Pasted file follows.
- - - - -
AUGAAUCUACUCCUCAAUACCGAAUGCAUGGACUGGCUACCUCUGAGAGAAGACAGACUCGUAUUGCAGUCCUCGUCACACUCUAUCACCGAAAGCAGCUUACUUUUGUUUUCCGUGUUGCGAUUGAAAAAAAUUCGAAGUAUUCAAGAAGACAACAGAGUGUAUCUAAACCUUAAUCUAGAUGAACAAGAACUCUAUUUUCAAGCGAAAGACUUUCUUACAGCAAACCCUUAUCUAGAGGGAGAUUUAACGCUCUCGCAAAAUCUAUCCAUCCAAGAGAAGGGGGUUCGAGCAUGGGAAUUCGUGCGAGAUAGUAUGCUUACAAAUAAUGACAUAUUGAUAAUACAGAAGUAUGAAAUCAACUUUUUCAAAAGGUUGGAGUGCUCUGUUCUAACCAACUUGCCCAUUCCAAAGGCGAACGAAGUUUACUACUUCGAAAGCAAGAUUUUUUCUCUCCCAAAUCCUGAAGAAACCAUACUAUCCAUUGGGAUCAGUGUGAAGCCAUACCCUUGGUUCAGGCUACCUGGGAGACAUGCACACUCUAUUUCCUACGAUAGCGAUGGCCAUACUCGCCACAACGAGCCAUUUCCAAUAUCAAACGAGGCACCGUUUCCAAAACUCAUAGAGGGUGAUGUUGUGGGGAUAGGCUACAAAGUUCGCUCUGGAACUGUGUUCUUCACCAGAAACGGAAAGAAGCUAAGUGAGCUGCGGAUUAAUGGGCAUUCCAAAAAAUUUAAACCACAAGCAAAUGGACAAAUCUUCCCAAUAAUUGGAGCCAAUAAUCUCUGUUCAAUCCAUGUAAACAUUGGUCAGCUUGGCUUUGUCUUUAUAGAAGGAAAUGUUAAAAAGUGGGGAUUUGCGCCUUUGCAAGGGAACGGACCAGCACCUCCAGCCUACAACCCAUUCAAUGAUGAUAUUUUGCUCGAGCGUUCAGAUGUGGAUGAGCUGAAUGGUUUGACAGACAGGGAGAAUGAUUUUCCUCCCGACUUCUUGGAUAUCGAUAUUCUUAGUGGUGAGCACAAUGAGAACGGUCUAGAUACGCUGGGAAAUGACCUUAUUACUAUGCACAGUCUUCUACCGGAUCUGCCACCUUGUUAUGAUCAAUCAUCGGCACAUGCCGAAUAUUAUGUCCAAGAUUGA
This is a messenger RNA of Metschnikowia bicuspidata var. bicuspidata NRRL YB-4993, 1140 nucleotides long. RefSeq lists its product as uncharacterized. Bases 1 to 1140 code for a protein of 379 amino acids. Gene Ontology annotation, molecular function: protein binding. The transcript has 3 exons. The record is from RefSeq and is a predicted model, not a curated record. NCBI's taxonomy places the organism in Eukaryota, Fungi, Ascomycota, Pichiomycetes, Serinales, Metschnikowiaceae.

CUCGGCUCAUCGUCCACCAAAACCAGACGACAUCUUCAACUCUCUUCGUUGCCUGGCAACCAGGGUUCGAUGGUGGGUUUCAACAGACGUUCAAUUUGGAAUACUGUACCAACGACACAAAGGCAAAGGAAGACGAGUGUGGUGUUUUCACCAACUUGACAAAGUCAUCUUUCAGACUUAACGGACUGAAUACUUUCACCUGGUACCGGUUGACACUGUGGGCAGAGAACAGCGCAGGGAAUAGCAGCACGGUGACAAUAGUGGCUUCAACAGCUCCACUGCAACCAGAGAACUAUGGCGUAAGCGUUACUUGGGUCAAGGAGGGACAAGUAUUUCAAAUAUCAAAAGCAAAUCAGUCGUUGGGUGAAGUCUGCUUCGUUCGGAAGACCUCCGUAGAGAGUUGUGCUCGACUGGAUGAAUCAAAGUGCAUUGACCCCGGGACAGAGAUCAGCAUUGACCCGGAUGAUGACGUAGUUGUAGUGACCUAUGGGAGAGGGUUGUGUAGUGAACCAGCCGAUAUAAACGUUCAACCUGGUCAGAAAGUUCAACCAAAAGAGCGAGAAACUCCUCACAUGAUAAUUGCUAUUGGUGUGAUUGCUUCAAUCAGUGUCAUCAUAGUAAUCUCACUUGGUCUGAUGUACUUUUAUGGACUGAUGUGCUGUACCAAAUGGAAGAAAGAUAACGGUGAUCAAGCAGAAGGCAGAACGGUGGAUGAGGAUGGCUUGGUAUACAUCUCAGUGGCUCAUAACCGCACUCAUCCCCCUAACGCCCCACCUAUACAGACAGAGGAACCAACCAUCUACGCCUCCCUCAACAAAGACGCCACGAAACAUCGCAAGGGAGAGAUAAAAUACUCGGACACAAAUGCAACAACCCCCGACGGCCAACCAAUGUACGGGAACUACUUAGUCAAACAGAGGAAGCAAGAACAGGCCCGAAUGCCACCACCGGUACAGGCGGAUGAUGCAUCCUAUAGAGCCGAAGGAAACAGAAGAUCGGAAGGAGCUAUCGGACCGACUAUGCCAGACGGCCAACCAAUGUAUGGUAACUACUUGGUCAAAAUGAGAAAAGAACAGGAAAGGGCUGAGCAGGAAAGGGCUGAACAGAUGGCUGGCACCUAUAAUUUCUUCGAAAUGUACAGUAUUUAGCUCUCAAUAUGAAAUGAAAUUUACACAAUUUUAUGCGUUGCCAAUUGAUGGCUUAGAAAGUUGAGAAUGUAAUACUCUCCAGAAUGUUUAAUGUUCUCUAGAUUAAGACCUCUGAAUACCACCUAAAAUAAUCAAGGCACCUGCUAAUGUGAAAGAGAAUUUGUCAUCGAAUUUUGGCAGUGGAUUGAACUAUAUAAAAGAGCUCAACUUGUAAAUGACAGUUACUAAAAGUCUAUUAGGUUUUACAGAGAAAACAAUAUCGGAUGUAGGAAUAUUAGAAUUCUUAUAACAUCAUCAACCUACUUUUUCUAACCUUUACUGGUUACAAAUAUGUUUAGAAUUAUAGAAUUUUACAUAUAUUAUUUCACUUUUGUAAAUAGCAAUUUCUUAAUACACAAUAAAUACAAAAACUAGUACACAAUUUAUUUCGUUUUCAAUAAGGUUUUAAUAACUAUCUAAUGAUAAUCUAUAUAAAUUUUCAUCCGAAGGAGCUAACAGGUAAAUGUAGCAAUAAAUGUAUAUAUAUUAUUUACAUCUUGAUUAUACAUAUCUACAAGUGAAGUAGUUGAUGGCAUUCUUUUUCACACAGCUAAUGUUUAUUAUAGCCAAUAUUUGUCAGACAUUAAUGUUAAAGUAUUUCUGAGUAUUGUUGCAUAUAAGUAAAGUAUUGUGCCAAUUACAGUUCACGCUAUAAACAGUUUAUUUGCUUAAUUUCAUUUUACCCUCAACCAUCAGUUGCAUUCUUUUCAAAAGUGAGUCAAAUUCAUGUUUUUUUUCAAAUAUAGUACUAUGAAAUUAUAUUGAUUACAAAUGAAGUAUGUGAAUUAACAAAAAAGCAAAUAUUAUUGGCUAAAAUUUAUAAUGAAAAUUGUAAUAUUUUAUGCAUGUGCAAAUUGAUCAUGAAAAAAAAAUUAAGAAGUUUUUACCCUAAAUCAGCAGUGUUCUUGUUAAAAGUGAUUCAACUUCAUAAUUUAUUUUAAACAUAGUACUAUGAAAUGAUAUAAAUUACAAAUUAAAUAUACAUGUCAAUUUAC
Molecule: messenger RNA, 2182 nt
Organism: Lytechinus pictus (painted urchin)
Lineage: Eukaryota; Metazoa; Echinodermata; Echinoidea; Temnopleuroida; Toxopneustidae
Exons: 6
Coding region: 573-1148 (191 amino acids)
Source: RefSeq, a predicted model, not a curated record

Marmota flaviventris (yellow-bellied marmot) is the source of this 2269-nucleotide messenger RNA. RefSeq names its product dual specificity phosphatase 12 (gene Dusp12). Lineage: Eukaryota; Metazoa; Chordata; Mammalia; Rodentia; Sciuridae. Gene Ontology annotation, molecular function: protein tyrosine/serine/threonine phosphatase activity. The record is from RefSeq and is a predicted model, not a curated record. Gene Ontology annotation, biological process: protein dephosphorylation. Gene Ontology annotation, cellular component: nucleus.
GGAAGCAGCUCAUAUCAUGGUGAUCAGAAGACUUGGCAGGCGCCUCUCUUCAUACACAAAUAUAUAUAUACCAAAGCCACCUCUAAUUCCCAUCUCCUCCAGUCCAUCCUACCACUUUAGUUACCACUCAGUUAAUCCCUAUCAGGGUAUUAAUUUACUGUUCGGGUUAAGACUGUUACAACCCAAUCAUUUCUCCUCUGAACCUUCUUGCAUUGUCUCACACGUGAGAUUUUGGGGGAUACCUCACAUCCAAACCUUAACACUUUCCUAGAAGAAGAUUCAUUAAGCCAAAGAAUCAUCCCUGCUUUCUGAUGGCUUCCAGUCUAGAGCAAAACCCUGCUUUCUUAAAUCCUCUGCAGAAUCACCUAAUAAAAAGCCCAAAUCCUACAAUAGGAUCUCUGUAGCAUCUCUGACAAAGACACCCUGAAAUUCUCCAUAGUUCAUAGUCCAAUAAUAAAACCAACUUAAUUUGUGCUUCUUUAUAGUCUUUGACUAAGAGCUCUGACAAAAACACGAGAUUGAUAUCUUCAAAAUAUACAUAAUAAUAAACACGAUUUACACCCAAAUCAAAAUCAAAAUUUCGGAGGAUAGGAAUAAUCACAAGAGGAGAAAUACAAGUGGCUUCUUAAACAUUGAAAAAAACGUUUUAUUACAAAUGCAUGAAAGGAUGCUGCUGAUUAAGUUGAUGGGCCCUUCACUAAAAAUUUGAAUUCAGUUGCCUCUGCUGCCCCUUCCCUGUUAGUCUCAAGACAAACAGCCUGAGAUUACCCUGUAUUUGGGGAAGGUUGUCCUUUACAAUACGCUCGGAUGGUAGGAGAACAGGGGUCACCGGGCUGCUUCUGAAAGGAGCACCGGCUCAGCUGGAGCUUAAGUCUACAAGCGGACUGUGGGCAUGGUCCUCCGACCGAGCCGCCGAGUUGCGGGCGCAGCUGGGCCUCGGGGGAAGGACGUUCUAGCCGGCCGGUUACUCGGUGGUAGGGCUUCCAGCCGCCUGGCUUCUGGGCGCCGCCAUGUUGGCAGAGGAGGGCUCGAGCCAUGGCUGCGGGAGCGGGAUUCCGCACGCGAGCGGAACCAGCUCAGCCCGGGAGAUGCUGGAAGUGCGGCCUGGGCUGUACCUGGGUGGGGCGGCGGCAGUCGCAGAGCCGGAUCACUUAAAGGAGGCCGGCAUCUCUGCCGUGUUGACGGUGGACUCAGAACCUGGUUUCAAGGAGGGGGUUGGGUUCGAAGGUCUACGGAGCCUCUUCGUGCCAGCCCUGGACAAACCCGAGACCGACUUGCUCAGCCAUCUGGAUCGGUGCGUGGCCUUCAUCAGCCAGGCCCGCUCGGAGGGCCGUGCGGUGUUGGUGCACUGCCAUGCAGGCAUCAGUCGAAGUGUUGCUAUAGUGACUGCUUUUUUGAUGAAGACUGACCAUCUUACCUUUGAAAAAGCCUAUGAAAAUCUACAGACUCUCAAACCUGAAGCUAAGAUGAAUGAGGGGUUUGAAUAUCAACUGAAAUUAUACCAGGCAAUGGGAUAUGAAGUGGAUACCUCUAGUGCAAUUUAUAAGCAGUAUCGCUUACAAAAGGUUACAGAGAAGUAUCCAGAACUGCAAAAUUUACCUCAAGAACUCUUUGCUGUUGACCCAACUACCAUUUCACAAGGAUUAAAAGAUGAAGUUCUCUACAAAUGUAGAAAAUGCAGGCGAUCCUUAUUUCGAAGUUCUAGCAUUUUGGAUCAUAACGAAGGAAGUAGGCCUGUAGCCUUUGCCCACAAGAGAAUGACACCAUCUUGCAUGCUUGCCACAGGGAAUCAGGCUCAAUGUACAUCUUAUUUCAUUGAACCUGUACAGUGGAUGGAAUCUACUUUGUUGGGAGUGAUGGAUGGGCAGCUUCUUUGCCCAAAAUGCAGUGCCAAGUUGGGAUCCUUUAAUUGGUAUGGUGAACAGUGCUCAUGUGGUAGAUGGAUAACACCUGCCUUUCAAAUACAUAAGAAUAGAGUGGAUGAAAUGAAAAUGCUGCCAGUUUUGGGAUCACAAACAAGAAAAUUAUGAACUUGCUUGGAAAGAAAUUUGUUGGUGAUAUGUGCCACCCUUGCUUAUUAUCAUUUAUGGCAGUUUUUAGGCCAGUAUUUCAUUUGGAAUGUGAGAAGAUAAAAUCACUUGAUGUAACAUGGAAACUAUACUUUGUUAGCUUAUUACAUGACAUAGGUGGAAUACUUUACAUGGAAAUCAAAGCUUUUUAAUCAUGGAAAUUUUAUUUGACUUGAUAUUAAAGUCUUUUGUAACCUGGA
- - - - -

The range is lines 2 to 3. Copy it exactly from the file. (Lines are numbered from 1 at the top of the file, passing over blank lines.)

This is a messenger RNA of Metschnikowia bicuspidata var. bicuspidata NRRL YB-4993, 1140 nucleotides long. RefSeq lists its product as uncharacterized. Bases 1 to 1140 code for a protein of 379 amino acids. Gene Ontology annotation, molecular function: protein binding. The transcript has 3 exons. The record is from RefSeq and is a predicted model, not a curated record. NCBI's taxonomy places the organism in Eukaryota, Fungi, Ascomycota, Pichiomycetes, Serinales, Metschnikowiaceae.

CUCGGCUCAUCGUCCACCAAAACCAGACGACAUCUUCAACUCUCUUCGUUGCCUGGCAACCAGGGUUCGAUGGUGGGUUUCAACAGACGUUCAAUUUGGAAUACUGUACCAACGACACAAAGGCAAAGGAAGACGAGUGUGGUGUUUUCACCAACUUGACAAAGUCAUCUUUCAGACUUAACGGACUGAAUACUUUCACCUGGUACCGGUUGACACUGUGGGCAGAGAACAGCGCAGGGAAUAGCAGCACGGUGACAAUAGUGGCUUCAACAGCUCCACUGCAACCAGAGAACUAUGGCGUAAGCGUUACUUGGGUCAAGGAGGGACAAGUAUUUCAAAUAUCAAAAGCAAAUCAGUCGUUGGGUGAAGUCUGCUUCGUUCGGAAGACCUCCGUAGAGAGUUGUGCUCGACUGGAUGAAUCAAAGUGCAUUGACCCCGGGACAGAGAUCAGCAUUGACCCGGAUGAUGACGUAGUUGUAGUGACCUAUGGGAGAGGGUUGUGUAGUGAACCAGCCGAUAUAAACGUUCAACCUGGUCAGAAAGUUCAACCAAAAGAGCGAGAAACUCCUCACAUGAUAAUUGCUAUUGGUGUGAUUGCUUCAAUCAGUGUCAUCAUAGUAAUCUCACUUGGUCUGAUGUACUUUUAUGGACUGAUGUGCUGUACCAAAUGGAAGAAAGAUAACGGUGAUCAAGCAGAAGGCAGAACGGUGGAUGAGGAUGGCUUGGUAUACAUCUCAGUGGCUCAUAACCGCACUCAUCCCCCUAACGCCCCACCUAUACAGACAGAGGAACCAACCAUCUACGCCUCCCUCAACAAAGACGCCACGAAACAUCGCAAGGGAGAGAUAAAAUACUCGGACACAAAUGCAACAACCCCCGACGGCCAACCAAUGUACGGGAACUACUUAGUCAAACAGAGGAAGCAAGAACAGGCCCGAAUGCCACCACCGGUACAGGCGGAUGAUGCAUCCUAUAGAGCCGAAGGAAACAGAAGAUCGGAAGGAGCUAUCGGACCGACUAUGCCAGACGGCCAACCAAUGUAUGGUAACUACUUGGUCAAAAUGAGAAAAGAACAGGAAAGGGCUGAGCAGGAAAGGGCUGAACAGAUGGCUGGCACCUAUAAUUUCUUCGAAAUGUACAGUAUUUAGCUCUCAAUAUGAAAUGAAAUUUACACAAUUUUAUGCGUUGCCAAUUGAUGGCUUAGAAAGUUGAGAAUGUAAUACUCUCCAGAAUGUUUAAUGUUCUCUAGAUUAAGACCUCUGAAUACCACCUAAAAUAAUCAAGGCACCUGCUAAUGUGAAAGAGAAUUUGUCAUCGAAUUUUGGCAGUGGAUUGAACUAUAUAAAAGAGCUCAACUUGUAAAUGACAGUUACUAAAAGUCUAUUAGGUUUUACAGAGAAAACAAUAUCGGAUGUAGGAAUAUUAGAAUUCUUAUAACAUCAUCAACCUACUUUUUCUAACCUUUACUGGUUACAAAUAUGUUUAGAAUUAUAGAAUUUUACAUAUAUUAUUUCACUUUUGUAAAUAGCAAUUUCUUAAUACACAAUAAAUACAAAAACUAGUACACAAUUUAUUUCGUUUUCAAUAAGGUUUUAAUAACUAUCUAAUGAUAAUCUAUAUAAAUUUUCAUCCGAAGGAGCUAACAGGUAAAUGUAGCAAUAAAUGUAUAUAUAUUAUUUACAUCUUGAUUAUACAUAUCUACAAGUGAAGUAGUUGAUGGCAUUCUUUUUCACACAGCUAAUGUUUAUUAUAGCCAAUAUUUGUCAGACAUUAAUGUUAAAGUAUUUCUGAGUAUUGUUGCAUAUAAGUAAAGUAUUGUGCCAAUUACAGUUCACGCUAUAAACAGUUUAUUUGCUUAAUUUCAUUUUACCCUCAACCAUCAGUUGCAUUCUUUUCAAAAGUGAGUCAAAUUCAUGUUUUUUUUCAAAUAUAGUACUAUGAAAUUAUAUUGAUUACAAAUGAAGUAUGUGAAUUAACAAAAAAGCAAAUAUUAUUGGCUAAAAUUUAUAAUGAAAAUUGUAAUAUUUUAUGCAUGUGCAAAUUGAUCAUGAAAAAAAAAUUAAGAAGUUUUUACCCUAAAUCAGCAGUGUUCUUGUUAAAAGUGAUUCAACUUCAUAAUUUAUUUUAAACAUAGUACUAUGAAAUGAUAUAAAUUACAAAUUAAAUAUACAUGUCAAUUUAC